Riviera Reporter
Riviera Reporter

Youth is wasted on the unemployed: Opportunity for reform?

As 2015 ended with more alarming terrorist attacks and waves of immigrants clamouring at Europe’s gates, one thing that noticeably did not change in France was the rate of unemployment.

Few can be surprised that there are hot-beds of potential Islamist fundamentalists springing up in French inner city high-rises. The young people are poorly educated and have only the slenderest of job prospects. Their dissatisfaction with Western capitalist society ferments in a hothouse environment that breeds the hatred and anger that finally manifests itself in the evil of destroying the lives of others.

Girl holding sign "Youth unemployment"Photo: Sinn Fein

But what if we looked at this situation, not so much as a scab of putrescent ill within society, but as an opportunity for reform. Unemployment in the inner cities runs at 25% amongst the young men, that’s a population of 2 million people for the whole of France. Unemployed and without hope.

Emmanuel Macron, the dynamic young Minister of the Economy, has other ideas, firstly by creating 500,000 apprenticeships from the ranks of the unemployed. That’s taking 500,000 youngsters out of misery and despair and giving them optimism and aspirations for the future in the workplace.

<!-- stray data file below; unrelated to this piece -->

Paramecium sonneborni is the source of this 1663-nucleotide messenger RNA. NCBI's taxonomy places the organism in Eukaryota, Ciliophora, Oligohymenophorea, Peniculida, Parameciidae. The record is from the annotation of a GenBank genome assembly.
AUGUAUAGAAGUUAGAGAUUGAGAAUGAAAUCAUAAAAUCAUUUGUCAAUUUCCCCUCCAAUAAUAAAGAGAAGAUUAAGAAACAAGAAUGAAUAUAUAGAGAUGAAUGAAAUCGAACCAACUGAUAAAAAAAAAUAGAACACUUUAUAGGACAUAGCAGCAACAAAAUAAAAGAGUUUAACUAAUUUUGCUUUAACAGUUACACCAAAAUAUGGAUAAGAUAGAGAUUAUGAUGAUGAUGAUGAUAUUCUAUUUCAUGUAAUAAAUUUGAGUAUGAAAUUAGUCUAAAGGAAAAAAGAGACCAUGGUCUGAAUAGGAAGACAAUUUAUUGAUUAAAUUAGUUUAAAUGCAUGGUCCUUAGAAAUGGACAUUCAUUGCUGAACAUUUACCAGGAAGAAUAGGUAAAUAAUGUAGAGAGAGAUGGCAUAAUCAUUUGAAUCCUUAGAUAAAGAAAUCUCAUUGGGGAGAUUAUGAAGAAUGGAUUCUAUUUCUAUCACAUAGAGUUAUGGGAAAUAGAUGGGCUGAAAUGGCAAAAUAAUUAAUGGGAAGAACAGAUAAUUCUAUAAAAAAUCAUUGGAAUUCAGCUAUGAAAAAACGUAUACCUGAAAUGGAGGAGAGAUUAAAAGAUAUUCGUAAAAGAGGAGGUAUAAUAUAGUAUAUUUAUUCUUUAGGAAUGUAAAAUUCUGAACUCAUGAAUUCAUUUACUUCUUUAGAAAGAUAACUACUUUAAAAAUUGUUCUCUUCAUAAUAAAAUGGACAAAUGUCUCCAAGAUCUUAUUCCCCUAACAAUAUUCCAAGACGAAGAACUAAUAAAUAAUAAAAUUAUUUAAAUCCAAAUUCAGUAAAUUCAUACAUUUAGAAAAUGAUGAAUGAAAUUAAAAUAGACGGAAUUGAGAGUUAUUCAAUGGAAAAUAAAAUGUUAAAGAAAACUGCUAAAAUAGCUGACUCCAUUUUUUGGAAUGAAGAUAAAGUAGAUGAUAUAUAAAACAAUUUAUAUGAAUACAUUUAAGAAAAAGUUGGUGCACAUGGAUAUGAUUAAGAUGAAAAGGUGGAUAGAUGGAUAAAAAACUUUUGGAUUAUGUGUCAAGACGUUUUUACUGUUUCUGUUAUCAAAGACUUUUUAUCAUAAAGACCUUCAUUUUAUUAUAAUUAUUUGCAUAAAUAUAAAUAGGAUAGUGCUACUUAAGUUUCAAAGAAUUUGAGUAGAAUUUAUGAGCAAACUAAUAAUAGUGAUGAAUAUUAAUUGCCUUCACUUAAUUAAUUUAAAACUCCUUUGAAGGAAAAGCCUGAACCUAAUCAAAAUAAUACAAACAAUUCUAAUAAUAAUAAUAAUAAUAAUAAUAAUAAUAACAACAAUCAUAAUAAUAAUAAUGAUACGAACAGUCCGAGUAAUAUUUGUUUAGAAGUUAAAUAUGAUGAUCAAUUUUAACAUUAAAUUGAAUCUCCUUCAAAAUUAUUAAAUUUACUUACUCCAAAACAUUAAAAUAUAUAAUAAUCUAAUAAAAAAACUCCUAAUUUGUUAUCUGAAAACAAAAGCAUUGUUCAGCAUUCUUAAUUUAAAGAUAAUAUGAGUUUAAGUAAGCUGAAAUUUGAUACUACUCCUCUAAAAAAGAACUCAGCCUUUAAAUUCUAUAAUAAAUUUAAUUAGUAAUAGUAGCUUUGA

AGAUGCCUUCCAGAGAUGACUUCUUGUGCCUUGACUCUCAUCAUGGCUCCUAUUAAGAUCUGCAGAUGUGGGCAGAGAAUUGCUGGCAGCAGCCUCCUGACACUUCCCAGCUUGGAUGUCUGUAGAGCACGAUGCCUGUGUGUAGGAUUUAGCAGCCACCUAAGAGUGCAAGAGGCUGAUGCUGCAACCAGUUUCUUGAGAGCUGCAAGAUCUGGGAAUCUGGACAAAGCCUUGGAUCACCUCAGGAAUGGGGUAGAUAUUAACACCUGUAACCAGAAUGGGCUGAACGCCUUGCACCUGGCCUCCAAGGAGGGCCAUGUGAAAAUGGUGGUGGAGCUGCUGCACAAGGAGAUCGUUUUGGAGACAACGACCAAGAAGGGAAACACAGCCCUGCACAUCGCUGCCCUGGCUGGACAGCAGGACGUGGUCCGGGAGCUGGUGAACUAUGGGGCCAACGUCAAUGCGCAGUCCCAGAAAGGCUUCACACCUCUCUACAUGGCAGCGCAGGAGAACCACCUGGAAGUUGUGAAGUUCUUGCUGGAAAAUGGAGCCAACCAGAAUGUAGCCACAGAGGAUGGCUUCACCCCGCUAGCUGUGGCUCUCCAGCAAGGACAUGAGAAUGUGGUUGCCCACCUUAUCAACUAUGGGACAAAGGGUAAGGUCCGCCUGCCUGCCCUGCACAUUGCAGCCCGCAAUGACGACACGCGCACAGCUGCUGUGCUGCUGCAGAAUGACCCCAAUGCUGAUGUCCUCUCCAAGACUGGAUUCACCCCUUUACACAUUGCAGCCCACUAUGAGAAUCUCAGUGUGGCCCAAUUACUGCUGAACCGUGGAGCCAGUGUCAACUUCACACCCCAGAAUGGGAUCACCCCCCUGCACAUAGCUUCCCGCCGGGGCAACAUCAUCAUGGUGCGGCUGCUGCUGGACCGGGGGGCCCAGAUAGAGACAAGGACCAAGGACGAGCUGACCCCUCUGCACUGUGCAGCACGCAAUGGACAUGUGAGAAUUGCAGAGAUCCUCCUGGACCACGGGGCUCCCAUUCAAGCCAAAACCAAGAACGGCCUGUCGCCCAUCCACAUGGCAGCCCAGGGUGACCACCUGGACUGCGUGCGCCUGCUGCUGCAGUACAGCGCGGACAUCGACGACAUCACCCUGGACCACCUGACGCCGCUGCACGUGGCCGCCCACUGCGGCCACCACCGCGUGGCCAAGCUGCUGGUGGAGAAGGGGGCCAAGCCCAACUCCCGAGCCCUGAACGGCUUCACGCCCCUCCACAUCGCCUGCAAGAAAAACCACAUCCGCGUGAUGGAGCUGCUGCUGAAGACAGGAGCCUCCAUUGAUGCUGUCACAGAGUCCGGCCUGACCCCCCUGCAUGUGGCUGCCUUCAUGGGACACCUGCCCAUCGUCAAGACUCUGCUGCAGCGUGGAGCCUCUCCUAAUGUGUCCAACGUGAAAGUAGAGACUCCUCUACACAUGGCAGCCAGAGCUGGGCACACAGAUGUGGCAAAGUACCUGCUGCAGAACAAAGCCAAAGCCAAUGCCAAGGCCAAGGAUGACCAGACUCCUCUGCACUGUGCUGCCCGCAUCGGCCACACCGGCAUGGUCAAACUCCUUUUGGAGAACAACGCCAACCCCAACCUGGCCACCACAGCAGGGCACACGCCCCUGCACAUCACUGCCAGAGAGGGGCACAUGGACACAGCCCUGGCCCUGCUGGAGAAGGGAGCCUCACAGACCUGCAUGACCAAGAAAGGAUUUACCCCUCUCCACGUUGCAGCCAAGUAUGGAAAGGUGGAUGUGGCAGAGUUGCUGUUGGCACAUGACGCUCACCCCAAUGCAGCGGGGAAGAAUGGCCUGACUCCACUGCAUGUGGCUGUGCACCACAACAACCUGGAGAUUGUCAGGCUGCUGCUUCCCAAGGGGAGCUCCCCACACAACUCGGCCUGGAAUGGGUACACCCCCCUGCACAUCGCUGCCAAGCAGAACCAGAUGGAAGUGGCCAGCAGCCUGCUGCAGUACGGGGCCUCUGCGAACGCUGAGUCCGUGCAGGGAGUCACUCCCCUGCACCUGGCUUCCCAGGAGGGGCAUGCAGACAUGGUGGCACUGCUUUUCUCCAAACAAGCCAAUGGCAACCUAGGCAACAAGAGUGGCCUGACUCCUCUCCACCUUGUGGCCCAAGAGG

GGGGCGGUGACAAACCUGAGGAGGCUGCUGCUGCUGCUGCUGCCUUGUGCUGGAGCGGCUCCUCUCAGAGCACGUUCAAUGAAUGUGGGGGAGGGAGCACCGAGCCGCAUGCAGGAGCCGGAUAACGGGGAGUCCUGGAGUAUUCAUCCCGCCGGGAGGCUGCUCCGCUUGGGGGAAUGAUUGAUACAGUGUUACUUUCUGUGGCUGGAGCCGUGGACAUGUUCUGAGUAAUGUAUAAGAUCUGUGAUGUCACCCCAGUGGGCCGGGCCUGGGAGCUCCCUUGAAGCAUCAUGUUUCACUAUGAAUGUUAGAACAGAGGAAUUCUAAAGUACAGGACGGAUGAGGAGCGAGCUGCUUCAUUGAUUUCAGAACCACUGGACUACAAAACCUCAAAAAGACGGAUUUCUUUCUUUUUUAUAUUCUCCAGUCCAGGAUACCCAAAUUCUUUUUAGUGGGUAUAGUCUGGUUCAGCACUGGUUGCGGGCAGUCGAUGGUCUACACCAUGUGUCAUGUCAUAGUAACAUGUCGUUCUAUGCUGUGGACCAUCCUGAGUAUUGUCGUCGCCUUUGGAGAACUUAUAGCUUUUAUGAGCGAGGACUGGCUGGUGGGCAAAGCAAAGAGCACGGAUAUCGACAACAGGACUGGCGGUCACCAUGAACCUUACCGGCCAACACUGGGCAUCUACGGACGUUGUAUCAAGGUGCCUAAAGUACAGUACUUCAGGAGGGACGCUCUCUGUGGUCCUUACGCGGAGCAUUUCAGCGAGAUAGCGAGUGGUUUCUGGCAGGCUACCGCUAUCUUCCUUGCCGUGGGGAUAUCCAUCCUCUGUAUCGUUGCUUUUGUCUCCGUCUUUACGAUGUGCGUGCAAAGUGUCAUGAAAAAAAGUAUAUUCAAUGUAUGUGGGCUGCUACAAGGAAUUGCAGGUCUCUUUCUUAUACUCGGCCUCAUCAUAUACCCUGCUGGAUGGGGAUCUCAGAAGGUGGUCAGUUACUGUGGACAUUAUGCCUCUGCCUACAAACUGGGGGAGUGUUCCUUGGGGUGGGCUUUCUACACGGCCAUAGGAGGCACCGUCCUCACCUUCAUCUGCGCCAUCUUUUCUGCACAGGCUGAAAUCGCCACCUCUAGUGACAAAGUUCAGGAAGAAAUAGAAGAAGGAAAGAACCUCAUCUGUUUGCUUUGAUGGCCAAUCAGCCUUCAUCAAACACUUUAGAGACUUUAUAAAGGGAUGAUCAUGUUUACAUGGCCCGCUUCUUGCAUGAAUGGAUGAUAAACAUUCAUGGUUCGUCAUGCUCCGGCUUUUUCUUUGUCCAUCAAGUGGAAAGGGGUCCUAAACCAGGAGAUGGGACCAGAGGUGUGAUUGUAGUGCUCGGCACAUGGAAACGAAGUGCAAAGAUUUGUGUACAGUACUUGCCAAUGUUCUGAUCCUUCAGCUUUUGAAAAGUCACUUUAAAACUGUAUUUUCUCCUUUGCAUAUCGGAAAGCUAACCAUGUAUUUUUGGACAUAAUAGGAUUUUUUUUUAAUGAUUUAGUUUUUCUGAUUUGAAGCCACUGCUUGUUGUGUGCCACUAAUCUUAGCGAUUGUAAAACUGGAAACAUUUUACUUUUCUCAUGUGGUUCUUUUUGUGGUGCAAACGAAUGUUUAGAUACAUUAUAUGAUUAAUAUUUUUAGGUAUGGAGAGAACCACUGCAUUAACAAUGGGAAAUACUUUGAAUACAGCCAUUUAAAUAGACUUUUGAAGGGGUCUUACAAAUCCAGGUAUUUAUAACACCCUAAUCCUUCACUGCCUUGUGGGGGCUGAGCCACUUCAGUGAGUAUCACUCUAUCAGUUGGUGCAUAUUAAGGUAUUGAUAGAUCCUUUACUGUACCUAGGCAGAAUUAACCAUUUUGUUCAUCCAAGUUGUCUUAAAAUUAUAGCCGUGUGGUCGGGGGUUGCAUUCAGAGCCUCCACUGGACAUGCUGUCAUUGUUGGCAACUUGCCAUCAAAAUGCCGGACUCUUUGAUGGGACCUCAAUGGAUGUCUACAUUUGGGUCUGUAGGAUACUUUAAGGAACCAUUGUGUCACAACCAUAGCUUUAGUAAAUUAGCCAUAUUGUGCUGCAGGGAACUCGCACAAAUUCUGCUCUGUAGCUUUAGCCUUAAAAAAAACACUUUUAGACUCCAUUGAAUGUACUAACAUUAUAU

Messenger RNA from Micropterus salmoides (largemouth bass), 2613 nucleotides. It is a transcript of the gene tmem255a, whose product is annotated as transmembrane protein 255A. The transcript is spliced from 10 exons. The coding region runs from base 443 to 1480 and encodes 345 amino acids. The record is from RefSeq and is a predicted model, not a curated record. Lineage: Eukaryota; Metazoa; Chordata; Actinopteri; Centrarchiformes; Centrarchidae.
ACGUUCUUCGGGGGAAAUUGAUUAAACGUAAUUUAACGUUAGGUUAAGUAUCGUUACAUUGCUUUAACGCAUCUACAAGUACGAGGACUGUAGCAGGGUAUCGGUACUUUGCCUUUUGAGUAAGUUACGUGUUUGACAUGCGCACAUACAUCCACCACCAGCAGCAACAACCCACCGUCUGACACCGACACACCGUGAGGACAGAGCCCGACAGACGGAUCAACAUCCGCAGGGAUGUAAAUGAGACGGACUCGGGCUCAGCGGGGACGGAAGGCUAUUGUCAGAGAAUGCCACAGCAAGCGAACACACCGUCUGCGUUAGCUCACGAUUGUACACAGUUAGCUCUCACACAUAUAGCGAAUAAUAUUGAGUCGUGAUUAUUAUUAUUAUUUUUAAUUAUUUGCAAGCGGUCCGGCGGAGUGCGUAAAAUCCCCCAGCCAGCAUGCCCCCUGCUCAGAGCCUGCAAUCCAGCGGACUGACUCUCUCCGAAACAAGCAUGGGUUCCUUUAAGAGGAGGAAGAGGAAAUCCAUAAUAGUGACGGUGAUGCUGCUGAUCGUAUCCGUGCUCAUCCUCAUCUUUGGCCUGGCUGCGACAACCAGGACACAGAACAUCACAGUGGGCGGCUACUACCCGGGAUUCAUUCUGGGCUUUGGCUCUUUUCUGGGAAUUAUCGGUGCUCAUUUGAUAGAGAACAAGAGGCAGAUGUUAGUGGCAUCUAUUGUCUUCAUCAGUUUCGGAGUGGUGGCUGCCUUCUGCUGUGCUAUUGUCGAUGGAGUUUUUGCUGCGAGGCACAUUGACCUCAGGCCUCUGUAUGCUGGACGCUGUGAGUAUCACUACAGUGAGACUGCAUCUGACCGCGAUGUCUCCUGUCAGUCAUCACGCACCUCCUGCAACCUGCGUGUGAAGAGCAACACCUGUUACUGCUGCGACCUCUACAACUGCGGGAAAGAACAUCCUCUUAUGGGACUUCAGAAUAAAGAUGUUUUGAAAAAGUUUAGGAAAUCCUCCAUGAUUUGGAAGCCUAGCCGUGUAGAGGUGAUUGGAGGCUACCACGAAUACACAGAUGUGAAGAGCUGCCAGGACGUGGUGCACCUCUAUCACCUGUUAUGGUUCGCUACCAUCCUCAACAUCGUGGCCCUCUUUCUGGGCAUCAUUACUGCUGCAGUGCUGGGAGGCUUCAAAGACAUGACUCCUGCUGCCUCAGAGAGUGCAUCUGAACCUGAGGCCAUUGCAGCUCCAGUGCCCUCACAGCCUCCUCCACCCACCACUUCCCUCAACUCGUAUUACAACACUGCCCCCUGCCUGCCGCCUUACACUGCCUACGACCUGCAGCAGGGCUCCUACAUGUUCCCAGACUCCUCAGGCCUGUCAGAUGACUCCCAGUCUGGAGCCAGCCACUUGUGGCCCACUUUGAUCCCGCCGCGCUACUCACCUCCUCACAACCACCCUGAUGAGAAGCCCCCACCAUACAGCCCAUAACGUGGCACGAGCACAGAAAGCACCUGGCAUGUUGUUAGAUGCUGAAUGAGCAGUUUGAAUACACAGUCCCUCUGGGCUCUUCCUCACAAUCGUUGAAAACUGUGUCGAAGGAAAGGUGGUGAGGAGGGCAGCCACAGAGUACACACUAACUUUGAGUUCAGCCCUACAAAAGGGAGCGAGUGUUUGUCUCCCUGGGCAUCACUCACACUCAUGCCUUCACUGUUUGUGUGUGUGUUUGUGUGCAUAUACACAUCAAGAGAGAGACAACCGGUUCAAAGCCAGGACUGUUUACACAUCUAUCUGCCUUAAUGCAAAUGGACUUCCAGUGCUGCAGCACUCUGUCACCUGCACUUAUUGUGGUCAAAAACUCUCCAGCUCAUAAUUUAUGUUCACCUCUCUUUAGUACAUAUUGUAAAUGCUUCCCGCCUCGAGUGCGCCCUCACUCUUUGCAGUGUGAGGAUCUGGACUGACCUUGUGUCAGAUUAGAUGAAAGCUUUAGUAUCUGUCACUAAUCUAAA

To date, the government has tried many different ways of encouraging employment, but – as often – these moves were burdened with heavy bureaucracy and “scatter gun” methodology. Little has improved, but Macron believes that creating the opportunity for young people will not come from government-driven measures, but “through the open gates of audacity, initiative, risks” that everyone wants to take, but – thus far – have been impeded by a “crowd of obstacles and rules”.

Growth, says Macron, will not come from without, but within. It’s up to everyone to harness his or her imagination and creativity to engage with the future. The priority in France must be productive, private investment rather than State subsidies and handouts. France must “open its economy, create more social mobility, and allow innovation to flourish”. We need to “support those who enter the job market, help them to set up their business”. He continues with breathtaking clarity, “It’s often easier to find a client than to find an employer.”

As we speak, France counts 20,000 startup businesses, employing some 200,000 people, and many international companies are looking to France to tap into the new Silicon Valley. In October 2015, the American giant, Cisco, invested $100 million in French start-ups. More will follow if Macron’s ideas are heeded.

Let’s hope that Macron’s initiatives create a better economic climate in 2016 and that some of the good measures will infiltrate the inner city ghettos to build a saner society for all of us, with more creation, more tolerance, and less stigmatisation and oppression.

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